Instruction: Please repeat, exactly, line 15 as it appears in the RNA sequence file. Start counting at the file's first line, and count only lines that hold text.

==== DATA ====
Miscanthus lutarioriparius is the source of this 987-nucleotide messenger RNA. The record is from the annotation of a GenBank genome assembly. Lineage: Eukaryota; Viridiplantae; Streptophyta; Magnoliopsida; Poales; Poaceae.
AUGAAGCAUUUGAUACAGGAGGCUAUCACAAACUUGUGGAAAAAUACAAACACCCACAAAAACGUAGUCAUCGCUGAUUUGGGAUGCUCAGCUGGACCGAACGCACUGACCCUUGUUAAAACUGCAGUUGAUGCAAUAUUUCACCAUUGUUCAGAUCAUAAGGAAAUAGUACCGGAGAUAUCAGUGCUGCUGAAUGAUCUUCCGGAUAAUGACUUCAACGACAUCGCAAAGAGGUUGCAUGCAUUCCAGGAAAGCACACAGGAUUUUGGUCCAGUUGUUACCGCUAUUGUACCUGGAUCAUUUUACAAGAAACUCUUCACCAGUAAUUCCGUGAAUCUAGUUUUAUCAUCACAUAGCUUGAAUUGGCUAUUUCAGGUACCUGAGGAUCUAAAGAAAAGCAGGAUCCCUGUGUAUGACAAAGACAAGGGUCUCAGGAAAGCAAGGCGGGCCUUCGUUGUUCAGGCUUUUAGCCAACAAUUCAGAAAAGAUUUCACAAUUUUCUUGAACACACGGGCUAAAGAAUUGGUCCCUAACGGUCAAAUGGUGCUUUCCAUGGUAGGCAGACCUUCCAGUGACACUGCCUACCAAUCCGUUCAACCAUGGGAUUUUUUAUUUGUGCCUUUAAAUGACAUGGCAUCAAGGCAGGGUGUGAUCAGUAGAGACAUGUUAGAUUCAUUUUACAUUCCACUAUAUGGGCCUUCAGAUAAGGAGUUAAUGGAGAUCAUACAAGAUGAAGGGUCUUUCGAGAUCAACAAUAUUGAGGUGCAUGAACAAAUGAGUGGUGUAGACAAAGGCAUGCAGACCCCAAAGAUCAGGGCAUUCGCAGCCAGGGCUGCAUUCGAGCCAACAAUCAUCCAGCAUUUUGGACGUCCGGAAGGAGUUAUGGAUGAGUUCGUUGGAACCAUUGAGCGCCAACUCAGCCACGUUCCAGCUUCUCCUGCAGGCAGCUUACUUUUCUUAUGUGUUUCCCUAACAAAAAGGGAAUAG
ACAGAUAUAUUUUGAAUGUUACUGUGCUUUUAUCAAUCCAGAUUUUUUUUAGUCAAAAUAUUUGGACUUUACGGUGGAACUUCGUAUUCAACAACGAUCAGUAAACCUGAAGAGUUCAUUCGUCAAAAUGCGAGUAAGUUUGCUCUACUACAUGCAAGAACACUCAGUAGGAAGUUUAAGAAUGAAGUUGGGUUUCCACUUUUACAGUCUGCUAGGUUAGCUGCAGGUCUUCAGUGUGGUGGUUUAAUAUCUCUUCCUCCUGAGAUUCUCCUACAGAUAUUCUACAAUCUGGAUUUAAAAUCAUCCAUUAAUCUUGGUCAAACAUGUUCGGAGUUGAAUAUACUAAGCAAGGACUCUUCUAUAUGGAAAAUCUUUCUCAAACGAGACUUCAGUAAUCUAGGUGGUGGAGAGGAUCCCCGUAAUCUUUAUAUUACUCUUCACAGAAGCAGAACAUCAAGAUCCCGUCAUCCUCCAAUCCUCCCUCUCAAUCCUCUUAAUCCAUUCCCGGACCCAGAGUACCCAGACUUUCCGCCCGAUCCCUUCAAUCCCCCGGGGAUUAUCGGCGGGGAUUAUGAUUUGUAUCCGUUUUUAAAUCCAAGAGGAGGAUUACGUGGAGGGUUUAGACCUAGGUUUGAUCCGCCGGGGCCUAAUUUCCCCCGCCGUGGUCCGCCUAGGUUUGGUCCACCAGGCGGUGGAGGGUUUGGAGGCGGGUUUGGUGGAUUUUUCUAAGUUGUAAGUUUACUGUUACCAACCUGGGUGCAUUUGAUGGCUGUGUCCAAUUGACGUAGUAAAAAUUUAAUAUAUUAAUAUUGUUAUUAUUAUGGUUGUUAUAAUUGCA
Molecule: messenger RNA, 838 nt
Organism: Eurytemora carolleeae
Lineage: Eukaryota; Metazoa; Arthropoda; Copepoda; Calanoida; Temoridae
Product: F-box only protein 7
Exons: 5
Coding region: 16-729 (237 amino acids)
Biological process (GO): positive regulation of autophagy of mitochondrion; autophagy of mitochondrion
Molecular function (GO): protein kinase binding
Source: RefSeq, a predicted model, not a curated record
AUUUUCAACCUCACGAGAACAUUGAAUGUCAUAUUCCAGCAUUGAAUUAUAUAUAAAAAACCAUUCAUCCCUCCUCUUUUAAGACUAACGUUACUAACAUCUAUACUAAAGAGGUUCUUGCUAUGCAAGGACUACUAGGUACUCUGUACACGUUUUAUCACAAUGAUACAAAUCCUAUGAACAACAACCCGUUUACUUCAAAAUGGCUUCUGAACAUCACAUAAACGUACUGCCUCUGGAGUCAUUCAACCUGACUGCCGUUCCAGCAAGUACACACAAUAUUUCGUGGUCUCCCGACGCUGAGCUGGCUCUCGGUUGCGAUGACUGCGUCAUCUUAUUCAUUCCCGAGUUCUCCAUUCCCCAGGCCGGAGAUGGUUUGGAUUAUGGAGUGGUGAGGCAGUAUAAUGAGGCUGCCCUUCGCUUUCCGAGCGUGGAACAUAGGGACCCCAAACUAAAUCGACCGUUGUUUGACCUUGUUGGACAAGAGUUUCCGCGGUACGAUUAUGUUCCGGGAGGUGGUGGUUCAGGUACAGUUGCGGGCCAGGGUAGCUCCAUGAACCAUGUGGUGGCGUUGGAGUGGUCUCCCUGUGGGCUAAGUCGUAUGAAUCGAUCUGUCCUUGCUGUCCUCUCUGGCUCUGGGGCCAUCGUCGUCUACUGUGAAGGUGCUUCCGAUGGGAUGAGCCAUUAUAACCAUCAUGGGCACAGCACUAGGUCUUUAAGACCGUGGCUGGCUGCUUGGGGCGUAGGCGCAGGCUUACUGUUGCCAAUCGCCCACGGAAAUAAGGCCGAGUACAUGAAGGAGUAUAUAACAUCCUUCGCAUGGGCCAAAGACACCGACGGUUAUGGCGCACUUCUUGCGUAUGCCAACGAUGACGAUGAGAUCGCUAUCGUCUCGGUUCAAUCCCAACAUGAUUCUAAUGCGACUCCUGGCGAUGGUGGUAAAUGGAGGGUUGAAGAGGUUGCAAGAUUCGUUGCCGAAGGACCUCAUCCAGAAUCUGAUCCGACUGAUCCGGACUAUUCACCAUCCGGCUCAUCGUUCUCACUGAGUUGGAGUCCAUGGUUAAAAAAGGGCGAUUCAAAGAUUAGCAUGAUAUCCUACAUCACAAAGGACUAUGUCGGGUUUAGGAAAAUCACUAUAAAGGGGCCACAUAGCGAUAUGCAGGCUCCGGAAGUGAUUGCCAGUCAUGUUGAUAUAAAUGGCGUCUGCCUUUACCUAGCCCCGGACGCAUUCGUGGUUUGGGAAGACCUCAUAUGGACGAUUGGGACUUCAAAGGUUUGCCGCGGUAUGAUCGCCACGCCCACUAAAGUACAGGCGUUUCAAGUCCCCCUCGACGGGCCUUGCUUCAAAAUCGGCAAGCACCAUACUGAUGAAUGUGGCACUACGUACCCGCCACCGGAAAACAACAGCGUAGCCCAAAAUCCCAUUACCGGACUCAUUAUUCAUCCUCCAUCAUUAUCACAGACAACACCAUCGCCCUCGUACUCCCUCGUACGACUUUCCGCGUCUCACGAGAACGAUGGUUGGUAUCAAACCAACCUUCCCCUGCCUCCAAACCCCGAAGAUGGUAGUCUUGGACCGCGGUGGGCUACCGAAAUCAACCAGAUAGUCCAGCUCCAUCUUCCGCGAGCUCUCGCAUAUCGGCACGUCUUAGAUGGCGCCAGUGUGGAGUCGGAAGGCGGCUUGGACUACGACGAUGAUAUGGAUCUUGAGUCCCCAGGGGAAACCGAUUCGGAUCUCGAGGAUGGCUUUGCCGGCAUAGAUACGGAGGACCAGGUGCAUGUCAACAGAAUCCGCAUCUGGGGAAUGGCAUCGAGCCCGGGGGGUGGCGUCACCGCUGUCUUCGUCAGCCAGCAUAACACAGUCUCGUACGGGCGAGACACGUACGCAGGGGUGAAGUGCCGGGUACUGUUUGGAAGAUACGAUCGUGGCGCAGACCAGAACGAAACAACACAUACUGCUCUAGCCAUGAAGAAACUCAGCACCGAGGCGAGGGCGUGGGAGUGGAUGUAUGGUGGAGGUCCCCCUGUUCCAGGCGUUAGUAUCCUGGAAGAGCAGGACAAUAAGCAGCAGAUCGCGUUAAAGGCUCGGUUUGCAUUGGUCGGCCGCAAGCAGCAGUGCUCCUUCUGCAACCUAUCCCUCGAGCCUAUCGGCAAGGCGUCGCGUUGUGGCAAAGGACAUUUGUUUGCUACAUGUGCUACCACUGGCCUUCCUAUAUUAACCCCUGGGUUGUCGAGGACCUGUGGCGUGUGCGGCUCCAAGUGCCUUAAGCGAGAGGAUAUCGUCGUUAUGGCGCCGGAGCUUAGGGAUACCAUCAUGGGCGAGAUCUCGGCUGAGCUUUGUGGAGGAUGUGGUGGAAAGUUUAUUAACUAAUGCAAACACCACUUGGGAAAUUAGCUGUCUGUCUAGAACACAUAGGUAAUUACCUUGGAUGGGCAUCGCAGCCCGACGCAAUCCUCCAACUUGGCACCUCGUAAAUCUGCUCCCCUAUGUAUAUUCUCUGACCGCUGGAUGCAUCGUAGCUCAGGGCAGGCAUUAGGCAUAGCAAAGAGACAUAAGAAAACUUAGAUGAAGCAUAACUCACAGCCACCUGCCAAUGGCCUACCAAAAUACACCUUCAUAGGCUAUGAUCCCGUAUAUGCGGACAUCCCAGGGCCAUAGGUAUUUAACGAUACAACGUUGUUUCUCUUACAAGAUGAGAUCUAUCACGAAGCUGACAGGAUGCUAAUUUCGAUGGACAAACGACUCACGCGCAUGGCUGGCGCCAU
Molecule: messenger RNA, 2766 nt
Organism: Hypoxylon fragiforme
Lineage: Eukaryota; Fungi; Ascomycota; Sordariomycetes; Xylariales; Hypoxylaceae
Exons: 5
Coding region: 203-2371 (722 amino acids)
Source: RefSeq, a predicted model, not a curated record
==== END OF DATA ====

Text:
Organism: Hypoxylon fragiforme